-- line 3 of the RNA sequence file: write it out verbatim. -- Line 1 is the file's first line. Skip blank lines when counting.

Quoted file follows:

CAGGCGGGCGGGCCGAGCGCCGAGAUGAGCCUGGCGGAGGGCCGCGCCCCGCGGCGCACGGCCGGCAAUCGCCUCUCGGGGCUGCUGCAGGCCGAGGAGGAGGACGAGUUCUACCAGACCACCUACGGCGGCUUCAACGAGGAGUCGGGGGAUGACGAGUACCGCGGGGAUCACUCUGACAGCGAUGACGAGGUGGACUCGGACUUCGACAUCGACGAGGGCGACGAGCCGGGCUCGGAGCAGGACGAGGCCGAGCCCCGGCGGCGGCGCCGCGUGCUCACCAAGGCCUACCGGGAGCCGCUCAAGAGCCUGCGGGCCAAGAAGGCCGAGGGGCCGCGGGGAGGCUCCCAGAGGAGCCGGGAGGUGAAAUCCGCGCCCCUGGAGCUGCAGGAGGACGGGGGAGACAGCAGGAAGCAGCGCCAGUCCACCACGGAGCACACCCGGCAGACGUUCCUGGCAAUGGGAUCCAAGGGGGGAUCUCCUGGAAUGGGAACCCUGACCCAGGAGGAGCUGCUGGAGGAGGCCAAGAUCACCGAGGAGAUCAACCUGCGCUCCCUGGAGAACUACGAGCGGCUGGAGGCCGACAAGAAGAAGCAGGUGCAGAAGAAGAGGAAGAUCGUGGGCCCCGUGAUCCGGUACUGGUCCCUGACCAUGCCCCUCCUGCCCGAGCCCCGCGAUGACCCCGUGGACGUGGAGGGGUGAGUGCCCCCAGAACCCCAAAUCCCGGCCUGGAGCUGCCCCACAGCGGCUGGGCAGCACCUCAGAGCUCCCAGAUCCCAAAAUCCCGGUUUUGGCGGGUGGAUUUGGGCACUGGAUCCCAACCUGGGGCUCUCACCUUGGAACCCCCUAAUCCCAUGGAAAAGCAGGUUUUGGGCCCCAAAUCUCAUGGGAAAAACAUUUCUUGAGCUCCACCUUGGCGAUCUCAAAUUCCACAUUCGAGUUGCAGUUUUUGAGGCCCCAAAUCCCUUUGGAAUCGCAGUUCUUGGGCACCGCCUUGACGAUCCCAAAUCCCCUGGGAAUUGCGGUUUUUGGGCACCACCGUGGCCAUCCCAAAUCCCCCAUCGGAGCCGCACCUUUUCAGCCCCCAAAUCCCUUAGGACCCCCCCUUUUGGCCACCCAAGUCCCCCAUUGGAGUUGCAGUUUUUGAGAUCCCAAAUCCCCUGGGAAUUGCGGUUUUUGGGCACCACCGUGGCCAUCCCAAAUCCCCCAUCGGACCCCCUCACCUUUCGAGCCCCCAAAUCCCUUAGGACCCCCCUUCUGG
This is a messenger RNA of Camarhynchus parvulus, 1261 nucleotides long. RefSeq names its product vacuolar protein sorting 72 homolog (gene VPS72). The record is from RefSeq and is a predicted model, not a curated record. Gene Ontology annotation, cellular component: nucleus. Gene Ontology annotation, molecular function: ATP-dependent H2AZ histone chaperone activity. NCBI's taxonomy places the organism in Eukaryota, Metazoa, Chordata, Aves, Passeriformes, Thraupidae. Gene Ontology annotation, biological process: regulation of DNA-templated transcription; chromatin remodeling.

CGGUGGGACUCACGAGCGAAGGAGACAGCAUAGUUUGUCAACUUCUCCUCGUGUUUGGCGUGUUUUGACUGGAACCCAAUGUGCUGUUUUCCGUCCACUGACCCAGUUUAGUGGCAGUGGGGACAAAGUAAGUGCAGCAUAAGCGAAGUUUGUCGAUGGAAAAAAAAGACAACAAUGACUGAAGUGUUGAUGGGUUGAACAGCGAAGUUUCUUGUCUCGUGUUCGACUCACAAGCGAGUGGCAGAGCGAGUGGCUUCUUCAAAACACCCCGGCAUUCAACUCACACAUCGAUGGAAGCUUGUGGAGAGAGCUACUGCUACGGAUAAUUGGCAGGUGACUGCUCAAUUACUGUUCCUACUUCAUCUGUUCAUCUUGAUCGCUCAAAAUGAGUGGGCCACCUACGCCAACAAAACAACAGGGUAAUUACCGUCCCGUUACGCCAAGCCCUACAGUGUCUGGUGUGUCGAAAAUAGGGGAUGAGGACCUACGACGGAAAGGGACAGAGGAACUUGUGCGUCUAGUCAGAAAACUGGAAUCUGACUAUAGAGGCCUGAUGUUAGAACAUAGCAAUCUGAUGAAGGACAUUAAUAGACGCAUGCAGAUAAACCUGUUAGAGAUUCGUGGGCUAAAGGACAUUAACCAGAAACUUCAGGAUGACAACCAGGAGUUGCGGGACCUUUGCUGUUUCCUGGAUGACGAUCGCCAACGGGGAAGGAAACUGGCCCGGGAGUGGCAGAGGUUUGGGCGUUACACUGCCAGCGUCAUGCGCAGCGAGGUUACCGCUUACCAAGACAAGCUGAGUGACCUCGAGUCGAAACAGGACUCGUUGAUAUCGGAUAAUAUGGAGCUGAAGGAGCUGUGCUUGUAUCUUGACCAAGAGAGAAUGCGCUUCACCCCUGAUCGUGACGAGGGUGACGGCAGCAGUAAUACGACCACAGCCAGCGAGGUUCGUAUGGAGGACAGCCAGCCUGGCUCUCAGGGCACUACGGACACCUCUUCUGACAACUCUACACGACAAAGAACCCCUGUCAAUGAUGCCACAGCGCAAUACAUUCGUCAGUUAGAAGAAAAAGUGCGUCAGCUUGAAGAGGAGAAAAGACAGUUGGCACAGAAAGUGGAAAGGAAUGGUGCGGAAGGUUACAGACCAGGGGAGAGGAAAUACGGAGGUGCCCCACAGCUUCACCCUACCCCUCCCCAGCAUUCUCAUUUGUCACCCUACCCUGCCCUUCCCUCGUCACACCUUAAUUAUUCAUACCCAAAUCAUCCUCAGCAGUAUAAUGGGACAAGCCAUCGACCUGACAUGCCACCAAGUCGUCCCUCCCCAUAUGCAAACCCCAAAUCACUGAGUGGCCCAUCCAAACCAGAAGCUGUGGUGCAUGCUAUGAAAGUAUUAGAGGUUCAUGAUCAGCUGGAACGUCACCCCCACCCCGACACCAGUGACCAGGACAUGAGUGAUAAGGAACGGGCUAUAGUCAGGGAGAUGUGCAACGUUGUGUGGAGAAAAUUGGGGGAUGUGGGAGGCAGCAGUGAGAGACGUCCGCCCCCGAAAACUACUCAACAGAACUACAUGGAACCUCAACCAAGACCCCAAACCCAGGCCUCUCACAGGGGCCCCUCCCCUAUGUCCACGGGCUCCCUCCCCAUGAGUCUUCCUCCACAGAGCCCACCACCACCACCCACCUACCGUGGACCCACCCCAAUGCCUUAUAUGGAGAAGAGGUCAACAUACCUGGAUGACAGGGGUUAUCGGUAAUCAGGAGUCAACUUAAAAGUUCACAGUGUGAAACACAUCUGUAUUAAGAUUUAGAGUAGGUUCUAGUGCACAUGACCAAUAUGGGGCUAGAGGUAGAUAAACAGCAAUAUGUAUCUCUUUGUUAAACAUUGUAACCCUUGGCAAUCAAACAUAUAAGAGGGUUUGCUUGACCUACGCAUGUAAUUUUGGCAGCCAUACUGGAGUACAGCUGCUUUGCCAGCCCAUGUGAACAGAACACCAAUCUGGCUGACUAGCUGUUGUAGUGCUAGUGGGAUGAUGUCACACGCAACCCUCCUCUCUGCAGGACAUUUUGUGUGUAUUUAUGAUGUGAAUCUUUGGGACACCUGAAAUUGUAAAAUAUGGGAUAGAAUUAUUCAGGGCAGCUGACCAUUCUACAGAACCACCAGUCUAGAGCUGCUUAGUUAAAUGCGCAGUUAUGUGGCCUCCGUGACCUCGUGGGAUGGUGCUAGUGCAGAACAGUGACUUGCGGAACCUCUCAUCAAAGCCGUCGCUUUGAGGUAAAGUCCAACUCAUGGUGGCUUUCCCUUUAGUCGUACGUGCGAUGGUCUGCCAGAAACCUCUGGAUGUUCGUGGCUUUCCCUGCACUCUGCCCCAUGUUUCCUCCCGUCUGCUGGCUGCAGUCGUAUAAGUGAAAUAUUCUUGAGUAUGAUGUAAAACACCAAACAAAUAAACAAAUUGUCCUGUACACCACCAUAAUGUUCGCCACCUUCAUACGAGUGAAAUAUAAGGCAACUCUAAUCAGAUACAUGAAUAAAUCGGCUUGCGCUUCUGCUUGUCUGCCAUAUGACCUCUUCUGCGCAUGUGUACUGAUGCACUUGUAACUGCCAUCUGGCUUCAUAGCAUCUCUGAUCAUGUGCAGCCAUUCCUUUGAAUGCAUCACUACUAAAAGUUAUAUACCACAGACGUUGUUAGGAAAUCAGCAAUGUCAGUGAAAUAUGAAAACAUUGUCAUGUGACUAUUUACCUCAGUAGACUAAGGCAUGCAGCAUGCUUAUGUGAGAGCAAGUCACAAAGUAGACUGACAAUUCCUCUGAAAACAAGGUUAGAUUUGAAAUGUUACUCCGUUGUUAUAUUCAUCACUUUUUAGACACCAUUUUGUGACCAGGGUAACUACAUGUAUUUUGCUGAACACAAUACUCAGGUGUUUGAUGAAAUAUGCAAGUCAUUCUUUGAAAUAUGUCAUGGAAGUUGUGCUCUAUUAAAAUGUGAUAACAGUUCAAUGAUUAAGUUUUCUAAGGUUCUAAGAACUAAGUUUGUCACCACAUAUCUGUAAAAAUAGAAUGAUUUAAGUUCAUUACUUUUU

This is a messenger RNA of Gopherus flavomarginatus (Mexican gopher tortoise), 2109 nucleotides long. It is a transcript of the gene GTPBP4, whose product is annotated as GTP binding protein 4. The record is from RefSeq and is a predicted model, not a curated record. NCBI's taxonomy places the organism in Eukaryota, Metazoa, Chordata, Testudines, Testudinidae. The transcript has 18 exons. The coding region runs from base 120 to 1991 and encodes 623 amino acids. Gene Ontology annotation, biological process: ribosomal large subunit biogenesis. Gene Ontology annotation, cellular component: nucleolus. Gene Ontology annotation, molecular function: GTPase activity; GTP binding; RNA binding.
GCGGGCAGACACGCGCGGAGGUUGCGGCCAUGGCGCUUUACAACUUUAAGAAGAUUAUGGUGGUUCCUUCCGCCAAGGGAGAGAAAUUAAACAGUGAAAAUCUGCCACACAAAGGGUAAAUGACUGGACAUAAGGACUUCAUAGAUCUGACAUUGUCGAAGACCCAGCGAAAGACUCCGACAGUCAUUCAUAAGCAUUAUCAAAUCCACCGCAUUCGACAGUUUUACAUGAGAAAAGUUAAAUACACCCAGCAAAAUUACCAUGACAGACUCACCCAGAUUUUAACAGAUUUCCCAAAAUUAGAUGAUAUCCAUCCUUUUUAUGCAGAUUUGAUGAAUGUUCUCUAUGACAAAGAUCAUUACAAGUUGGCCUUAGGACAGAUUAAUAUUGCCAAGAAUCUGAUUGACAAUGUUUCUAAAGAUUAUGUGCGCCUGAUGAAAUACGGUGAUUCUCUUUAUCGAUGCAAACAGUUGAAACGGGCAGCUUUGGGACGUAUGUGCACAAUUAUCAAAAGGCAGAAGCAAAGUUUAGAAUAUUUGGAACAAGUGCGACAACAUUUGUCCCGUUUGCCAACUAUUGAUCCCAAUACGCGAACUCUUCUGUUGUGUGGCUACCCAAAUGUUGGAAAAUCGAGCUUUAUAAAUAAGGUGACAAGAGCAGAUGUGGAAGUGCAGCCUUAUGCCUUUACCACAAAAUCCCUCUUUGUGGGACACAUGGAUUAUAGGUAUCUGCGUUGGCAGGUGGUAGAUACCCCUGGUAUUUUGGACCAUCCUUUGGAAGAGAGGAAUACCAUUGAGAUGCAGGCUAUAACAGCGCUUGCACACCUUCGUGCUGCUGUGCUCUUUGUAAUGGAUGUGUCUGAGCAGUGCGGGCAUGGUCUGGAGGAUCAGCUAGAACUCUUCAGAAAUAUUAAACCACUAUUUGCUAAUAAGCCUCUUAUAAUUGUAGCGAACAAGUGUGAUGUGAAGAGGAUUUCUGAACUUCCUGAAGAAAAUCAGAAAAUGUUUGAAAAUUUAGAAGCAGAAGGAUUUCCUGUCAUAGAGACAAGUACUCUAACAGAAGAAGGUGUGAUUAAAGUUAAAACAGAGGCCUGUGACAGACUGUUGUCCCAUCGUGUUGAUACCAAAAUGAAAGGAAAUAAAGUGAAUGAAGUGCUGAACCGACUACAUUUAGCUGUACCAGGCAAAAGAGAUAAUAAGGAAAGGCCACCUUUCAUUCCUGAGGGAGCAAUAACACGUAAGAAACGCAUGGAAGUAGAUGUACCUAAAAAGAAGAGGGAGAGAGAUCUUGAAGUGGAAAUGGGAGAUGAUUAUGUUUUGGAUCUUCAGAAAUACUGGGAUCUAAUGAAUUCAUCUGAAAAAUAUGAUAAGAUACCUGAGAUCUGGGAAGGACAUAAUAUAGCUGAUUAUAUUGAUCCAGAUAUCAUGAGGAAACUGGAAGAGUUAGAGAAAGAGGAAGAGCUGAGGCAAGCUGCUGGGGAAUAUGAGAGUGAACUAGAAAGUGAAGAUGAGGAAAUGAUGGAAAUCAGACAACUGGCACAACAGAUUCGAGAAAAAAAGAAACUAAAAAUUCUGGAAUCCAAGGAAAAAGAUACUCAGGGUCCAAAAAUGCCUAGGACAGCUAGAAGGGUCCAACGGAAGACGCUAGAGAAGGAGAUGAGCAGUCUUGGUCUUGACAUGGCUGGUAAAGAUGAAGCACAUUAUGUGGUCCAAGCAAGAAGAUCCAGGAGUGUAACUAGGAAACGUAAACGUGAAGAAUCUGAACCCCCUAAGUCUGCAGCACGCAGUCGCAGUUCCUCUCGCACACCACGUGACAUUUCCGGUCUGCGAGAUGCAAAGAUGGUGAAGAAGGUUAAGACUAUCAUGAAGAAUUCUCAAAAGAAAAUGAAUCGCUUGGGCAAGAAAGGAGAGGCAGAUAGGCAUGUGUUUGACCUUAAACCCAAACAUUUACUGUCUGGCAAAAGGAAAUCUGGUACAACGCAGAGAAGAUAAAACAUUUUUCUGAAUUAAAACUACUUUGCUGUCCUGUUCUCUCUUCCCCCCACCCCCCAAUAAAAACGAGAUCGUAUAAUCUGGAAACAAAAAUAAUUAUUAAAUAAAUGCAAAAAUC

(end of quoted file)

CGGUGGGACUCACGAGCGAAGGAGACAGCAUAGUUUGUCAACUUCUCCUCGUGUUUGGCGUGUUUUGACUGGAACCCAAUGUGCUGUUUUCCGUCCACUGACCCAGUUUAGUGGCAGUGGGGACAAAGUAAGUGCAGCAUAAGCGAAGUUUGUCGAUGGAAAAAAAAGACAACAAUGACUGAAGUGUUGAUGGGUUGAACAGCGAAGUUUCUUGUCUCGUGUUCGACUCACAAGCGAGUGGCAGAGCGAGUGGCUUCUUCAAAACACCCCGGCAUUCAACUCACACAUCGAUGGAAGCUUGUGGAGAGAGCUACUGCUACGGAUAAUUGGCAGGUGACUGCUCAAUUACUGUUCCUACUUCAUCUGUUCAUCUUGAUCGCUCAAAAUGAGUGGGCCACCUACGCCAACAAAACAACAGGGUAAUUACCGUCCCGUUACGCCAAGCCCUACAGUGUCUGGUGUGUCGAAAAUAGGGGAUGAGGACCUACGACGGAAAGGGACAGAGGAACUUGUGCGUCUAGUCAGAAAACUGGAAUCUGACUAUAGAGGCCUGAUGUUAGAACAUAGCAAUCUGAUGAAGGACAUUAAUAGACGCAUGCAGAUAAACCUGUUAGAGAUUCGUGGGCUAAAGGACAUUAACCAGAAACUUCAGGAUGACAACCAGGAGUUGCGGGACCUUUGCUGUUUCCUGGAUGACGAUCGCCAACGGGGAAGGAAACUGGCCCGGGAGUGGCAGAGGUUUGGGCGUUACACUGCCAGCGUCAUGCGCAGCGAGGUUACCGCUUACCAAGACAAGCUGAGUGACCUCGAGUCGAAACAGGACUCGUUGAUAUCGGAUAAUAUGGAGCUGAAGGAGCUGUGCUUGUAUCUUGACCAAGAGAGAAUGCGCUUCACCCCUGAUCGUGACGAGGGUGACGGCAGCAGUAAUACGACCACAGCCAGCGAGGUUCGUAUGGAGGACAGCCAGCCUGGCUCUCAGGGCACUACGGACACCUCUUCUGACAACUCUACACGACAAAGAACCCCUGUCAAUGAUGCCACAGCGCAAUACAUUCGUCAGUUAGAAGAAAAAGUGCGUCAGCUUGAAGAGGAGAAAAGACAGUUGGCACAGAAAGUGGAAAGGAAUGGUGCGGAAGGUUACAGACCAGGGGAGAGGAAAUACGGAGGUGCCCCACAGCUUCACCCUACCCCUCCCCAGCAUUCUCAUUUGUCACCCUACCCUGCCCUUCCCUCGUCACACCUUAAUUAUUCAUACCCAAAUCAUCCUCAGCAGUAUAAUGGGACAAGCCAUCGACCUGACAUGCCACCAAGUCGUCCCUCCCCAUAUGCAAACCCCAAAUCACUGAGUGGCCCAUCCAAACCAGAAGCUGUGGUGCAUGCUAUGAAAGUAUUAGAGGUUCAUGAUCAGCUGGAACGUCACCCCCACCCCGACACCAGUGACCAGGACAUGAGUGAUAAGGAACGGGCUAUAGUCAGGGAGAUGUGCAACGUUGUGUGGAGAAAAUUGGGGGAUGUGGGAGGCAGCAGUGAGAGACGUCCGCCCCCGAAAACUACUCAACAGAACUACAUGGAACCUCAACCAAGACCCCAAACCCAGGCCUCUCACAGGGGCCCCUCCCCUAUGUCCACGGGCUCCCUCCCCAUGAGUCUUCCUCCACAGAGCCCACCACCACCACCCACCUACCGUGGACCCACCCCAAUGCCUUAUAUGGAGAAGAGGUCAACAUACCUGGAUGACAGGGGUUAUCGGUAAUCAGGAGUCAACUUAAAAGUUCACAGUGUGAAACACAUCUGUAUUAAGAUUUAGAGUAGGUUCUAGUGCACAUGACCAAUAUGGGGCUAGAGGUAGAUAAACAGCAAUAUGUAUCUCUUUGUUAAACAUUGUAACCCUUGGCAAUCAAACAUAUAAGAGGGUUUGCUUGACCUACGCAUGUAAUUUUGGCAGCCAUACUGGAGUACAGCUGCUUUGCCAGCCCAUGUGAACAGAACACCAAUCUGGCUGACUAGCUGUUGUAGUGCUAGUGGGAUGAUGUCACACGCAACCCUCCUCUCUGCAGGACAUUUUGUGUGUAUUUAUGAUGUGAAUCUUUGGGACACCUGAAAUUGUAAAAUAUGGGAUAGAAUUAUUCAGGGCAGCUGACCAUUCUACAGAACCACCAGUCUAGAGCUGCUUAGUUAAAUGCGCAGUUAUGUGGCCUCCGUGACCUCGUGGGAUGGUGCUAGUGCAGAACAGUGACUUGCGGAACCUCUCAUCAAAGCCGUCGCUUUGAGGUAAAGUCCAACUCAUGGUGGCUUUCCCUUUAGUCGUACGUGCGAUGGUCUGCCAGAAACCUCUGGAUGUUCGUGGCUUUCCCUGCACUCUGCCCCAUGUUUCCUCCCGUCUGCUGGCUGCAGUCGUAUAAGUGAAAUAUUCUUGAGUAUGAUGUAAAACACCAAACAAAUAAACAAAUUGUCCUGUACACCACCAUAAUGUUCGCCACCUUCAUACGAGUGAAAUAUAAGGCAACUCUAAUCAGAUACAUGAAUAAAUCGGCUUGCGCUUCUGCUUGUCUGCCAUAUGACCUCUUCUGCGCAUGUGUACUGAUGCACUUGUAACUGCCAUCUGGCUUCAUAGCAUCUCUGAUCAUGUGCAGCCAUUCCUUUGAAUGCAUCACUACUAAAAGUUAUAUACCACAGACGUUGUUAGGAAAUCAGCAAUGUCAGUGAAAUAUGAAAACAUUGUCAUGUGACUAUUUACCUCAGUAGACUAAGGCAUGCAGCAUGCUUAUGUGAGAGCAAGUCACAAAGUAGACUGACAAUUCCUCUGAAAACAAGGUUAGAUUUGAAAUGUUACUCCGUUGUUAUAUUCAUCACUUUUUAGACACCAUUUUGUGACCAGGGUAACUACAUGUAUUUUGCUGAACACAAUACUCAGGUGUUUGAUGAAAUAUGCAAGUCAUUCUUUGAAAUAUGUCAUGGAAGUUGUGCUCUAUUAAAAUGUGAUAACAGUUCAAUGAUUAAGUUUUCUAAGGUUCUAAGAACUAAGUUUGUCACCACAUAUCUGUAAAAAUAGAAUGAUUUAAGUUCAUUACUUUUU